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had undergone, and the unavoidable infection of the air. A few months afterwards an earthquake followed, at and Many other cities probably presented a similar appearance ; pear Kingsai; and, subsequent to the falling in of the and it is ascertained that a great number of small country mountains of Ki-ming-chan, a lake was formed of more towns and villages which have been estimated, and not than a hundred leagues in circumference, where, again, too highly, at 200, were bereft of all their inhabitants. thousands found their grave. In Hou-koung and Ho-nas,

a drought prevailed for five months; and innumerable "In many places in France not more than two out of swarms of locusts destroyed the vegetation ; while famine twenty of the inhabitants were left alive, and the capital and pestilence, as usual, followed in their train. Con felt the fury of the plague, alike in the palace and cot. nected accounts of the condition of Europe before this

“ The church-yards were unable to contain the dead, and great catastrophe, are not to be expected from the writers many houses, left without inhabitants, fell to ruins. of the fourteenth century. It is remarkable, however,

« In Avignon, the Pope found it necessary to consecrate that simultaneously with a drought and renewed foods the Rhone, that the bodies might be thrown into the river in China, in 1336, many uncommon atmospheric phenowithout delay, as the church-yards would no longer hold mena, and in the winter frequent thunder storms were them ; so likewise in all populous cities, extraordinary observed in the north of France, and so early as the measures were adopted in order speedily to dispose of the eventful year of 1333, an eruption of Etna took place. dead. In Vienna, where for some time twelve hundred in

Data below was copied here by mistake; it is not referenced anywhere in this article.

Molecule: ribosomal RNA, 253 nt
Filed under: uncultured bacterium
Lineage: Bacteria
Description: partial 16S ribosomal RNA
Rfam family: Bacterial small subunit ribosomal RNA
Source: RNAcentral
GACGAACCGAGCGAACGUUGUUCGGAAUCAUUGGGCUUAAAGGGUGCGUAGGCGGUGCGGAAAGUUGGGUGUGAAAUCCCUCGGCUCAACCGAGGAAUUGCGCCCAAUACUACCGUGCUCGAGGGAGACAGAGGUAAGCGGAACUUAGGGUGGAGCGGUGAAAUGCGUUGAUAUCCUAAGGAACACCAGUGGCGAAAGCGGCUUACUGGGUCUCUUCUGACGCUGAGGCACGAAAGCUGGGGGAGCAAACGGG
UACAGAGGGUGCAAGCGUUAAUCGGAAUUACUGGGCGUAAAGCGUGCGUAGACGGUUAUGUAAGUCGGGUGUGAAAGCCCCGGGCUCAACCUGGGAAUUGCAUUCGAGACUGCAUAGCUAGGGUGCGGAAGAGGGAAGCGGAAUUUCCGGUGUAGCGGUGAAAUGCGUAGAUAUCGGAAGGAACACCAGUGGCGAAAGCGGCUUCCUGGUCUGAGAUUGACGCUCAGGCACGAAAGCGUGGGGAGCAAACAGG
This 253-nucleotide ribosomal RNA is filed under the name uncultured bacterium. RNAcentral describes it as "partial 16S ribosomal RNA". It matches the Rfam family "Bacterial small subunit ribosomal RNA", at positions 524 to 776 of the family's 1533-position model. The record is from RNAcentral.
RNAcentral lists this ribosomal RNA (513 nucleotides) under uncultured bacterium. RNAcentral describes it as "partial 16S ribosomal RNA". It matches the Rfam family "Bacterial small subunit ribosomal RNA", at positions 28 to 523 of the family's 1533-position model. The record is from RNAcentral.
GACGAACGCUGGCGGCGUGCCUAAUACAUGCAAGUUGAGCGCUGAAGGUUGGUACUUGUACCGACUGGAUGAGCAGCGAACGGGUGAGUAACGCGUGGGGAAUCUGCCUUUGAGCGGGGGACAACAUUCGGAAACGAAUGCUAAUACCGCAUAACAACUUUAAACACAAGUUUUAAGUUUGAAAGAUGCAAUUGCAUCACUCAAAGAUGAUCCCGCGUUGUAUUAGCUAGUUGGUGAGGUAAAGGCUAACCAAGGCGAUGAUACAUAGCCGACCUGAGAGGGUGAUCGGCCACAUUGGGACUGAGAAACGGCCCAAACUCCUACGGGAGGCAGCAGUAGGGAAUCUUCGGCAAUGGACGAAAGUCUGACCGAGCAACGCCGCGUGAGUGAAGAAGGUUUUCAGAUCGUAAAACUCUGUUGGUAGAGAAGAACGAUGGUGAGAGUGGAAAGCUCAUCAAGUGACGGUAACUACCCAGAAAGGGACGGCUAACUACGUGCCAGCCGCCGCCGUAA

In 1338, Kingsai was visited by an earthquake habitants died daily, the interment of corpses in the church of ten days' duration ; at the same time France suffered yards, and within the churches, was forthwith prohibited, from a failure in the harvest ; and, thenceforth, till the and the dead were then arranged in layers by thousands, in year 1342, there was in China a constant succession of ilsix large pits outside the city, as had already been done in undations, earthquakes, and famines. In the same year Cairo and Paris.

great floods occurred in the vicinity of the Rhine and France,

which could not be attributed to rain alone, for, everywhere, “ In many places it was ruinoured that plague patients even on the tops of the mountains, springs were seen to were buried alive, as may sometimes happen through sense burst forth, and dry tracts were laid under water in an isless alarm and indecent haste ; and thus the horror of the explicable manner. distressed people was everywhere increased. In Erfurt, “ The signs of terrestrial commotions commenced in after the church-yard was filled, twelve thousand corpses Europe in the year 1348. were thrown into eleven great pits; and the like might, “On the island of Cyprus, the plague from the East bad more or less exactly, be stated with respect to all the larger already broken out; when an earthquake shook the forecities. Funeral ceremonies, the last consolation of the sur-dations of the island, and was accompanied by so frightful vivors, were everywhere impracticable.